Create element of excitement

Despite people saying they are altering their lifestyles to counter the effects of the recession, Ruth Mortimer discovers that while price may have some effect on behaviour it is aspects that arouse consumers’ emotions that marketers must focus on

Reports suggest that consumers are seeking comfort from the recession in nostalgia by tucking into childhood treats, such as Birds Eye potato waffles and Heinz tomato ketchup. But the results of work by Research International suggests that far from being loyal to familiar, long established brands, consumers are trying out new products.

According to the research, just 5% of those surveyed agree strongly that they are relying on tried and trusted food and drink products at this time, with 26% agreeing overall. This compares with 13% who disagree strongly with this idea, and 44% who disagree overall that they are relying on old favourites.

Rather than being blindly loyal to their favourite brands, it appears that a recession may be a good time to get consumers experimenting. Phil Sutcliffe, head of research at Research International, says “There are multiple trends affecting how people buy at the moment. There is a bit of a return to nostalgia, with Birds Eye relaunching the Arctic Roll. But there are also other trends, such as own-label doing well and Aldi and Lidl gaining business as people spend less.”

Sutcliffe explains that when he started looking at this area, he expected to see price being the main reason for product switching. He points to “purchase intention” levels among the consumers polled in the research. This metric showed that before the recession, 8.6% of people were positive about the idea of buying a new product, while now 9.2% are keen.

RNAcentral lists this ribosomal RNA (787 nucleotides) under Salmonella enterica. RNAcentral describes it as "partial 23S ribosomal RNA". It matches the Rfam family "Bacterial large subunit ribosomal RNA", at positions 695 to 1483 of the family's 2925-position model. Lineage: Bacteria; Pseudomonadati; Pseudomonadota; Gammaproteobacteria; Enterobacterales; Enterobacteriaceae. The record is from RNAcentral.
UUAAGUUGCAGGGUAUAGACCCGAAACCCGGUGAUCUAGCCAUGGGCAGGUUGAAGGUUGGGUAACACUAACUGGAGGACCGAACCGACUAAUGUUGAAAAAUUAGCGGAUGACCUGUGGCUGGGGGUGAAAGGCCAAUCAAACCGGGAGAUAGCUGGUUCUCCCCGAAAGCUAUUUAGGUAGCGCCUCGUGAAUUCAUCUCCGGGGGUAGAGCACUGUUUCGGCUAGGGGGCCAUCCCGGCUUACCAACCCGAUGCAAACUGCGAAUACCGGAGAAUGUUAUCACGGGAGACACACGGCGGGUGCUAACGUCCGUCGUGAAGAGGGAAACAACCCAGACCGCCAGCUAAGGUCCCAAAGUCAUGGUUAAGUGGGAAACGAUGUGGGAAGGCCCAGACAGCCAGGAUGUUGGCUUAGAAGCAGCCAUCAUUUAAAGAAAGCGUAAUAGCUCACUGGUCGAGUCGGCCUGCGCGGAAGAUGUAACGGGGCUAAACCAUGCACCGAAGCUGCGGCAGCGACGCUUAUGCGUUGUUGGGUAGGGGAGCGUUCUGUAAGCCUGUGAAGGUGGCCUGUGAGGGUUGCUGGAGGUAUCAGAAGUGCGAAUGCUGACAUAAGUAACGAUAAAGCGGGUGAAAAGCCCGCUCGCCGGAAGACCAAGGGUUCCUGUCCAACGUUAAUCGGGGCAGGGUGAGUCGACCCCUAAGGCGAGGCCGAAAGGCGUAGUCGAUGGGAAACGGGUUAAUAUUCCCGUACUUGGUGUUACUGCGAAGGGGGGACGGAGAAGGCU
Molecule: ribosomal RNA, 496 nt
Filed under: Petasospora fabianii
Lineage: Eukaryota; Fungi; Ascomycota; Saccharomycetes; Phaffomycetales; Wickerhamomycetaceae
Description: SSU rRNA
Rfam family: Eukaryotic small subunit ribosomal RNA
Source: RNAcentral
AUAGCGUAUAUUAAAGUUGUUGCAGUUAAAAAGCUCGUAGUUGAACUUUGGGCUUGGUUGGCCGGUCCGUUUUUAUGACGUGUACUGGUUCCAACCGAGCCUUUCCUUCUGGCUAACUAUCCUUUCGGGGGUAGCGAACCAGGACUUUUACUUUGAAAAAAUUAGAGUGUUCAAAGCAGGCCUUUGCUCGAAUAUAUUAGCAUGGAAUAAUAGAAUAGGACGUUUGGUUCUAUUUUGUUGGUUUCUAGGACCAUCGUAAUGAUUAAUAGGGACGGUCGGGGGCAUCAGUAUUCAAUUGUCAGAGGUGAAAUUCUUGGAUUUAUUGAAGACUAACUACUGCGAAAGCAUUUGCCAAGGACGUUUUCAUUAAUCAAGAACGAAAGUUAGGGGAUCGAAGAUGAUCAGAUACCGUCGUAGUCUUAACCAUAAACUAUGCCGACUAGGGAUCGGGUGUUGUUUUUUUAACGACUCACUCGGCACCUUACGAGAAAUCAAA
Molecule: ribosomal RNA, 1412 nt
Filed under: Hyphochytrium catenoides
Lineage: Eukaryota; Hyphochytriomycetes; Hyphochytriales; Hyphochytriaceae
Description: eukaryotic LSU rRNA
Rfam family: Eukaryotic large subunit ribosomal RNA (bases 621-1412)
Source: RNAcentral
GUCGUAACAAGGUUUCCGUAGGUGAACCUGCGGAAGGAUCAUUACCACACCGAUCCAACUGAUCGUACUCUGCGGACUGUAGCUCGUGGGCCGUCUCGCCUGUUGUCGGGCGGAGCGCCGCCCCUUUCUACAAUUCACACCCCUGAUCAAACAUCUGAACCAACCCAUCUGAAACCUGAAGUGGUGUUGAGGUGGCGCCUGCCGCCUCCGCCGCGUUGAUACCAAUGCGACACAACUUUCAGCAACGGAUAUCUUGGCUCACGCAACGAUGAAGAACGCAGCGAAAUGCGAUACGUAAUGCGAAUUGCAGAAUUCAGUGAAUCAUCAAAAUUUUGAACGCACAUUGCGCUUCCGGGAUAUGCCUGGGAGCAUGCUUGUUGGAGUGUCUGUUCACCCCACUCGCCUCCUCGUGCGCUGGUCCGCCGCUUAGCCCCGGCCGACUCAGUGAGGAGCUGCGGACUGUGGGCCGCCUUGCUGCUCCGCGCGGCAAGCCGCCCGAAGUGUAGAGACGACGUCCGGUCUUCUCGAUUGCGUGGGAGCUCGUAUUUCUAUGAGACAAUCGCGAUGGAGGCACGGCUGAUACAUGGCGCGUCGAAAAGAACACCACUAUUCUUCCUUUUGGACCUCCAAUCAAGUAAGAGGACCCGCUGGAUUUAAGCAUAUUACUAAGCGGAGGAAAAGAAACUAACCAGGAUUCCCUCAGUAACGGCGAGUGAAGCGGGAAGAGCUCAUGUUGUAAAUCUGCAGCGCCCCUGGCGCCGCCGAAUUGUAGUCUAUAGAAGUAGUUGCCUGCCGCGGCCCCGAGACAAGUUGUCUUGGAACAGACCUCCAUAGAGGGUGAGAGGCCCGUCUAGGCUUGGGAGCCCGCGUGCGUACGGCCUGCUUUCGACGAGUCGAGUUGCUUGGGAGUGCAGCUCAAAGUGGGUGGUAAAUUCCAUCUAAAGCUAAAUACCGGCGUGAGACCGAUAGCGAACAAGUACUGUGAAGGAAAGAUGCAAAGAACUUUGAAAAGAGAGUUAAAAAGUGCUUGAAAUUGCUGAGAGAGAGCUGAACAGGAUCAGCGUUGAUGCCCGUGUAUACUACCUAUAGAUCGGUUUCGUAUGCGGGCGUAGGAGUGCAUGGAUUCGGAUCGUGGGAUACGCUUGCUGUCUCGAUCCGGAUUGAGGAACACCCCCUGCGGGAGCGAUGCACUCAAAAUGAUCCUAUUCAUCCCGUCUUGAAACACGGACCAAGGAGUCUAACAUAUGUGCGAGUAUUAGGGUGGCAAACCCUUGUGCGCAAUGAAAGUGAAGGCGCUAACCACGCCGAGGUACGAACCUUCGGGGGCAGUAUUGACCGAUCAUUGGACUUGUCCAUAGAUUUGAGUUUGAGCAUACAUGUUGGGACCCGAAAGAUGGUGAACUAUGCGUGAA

“You might have thought that the purchase intention level would go down in a recession,” says Sutcliffe. “But it hasn’t. It seems that people are just as positive about new ideas at this time than they were before.”

Value for money

Nor do people seem to feel they need to get more value for money from products than they did before the credit crunch took hold. This has also remained fairly steady, with 50.8% citing value for money as coming across when they are evaluating a new product, compared with 52.3% now.

We’re working on a big project at the moment about entertainment and that’s all about creating excitement. So we are definitely big purveyors of that style of branding.

Mat Shepherd Trading director at Hastings Direct In the insurance industry, price appears to remain “king” for most consumers whatever the brand – and the lower the price the better. Historically we have seen that, pretty much, no matter which brand it is, if the insurance meets their basic needs, they will buy the cheapest. And this still seems to be true.

While I would not necessarily subscribe to “excitement” in the insurance sector as being a key consideration, I would absolutely agree that “relevance” is fundamental, especially for more mature audiences. Clearly, price sensitivity still reigns high but, in line with the research, it seems that increasingly, delivering a service that really matches a consumer need can give a brand an edge over competitors.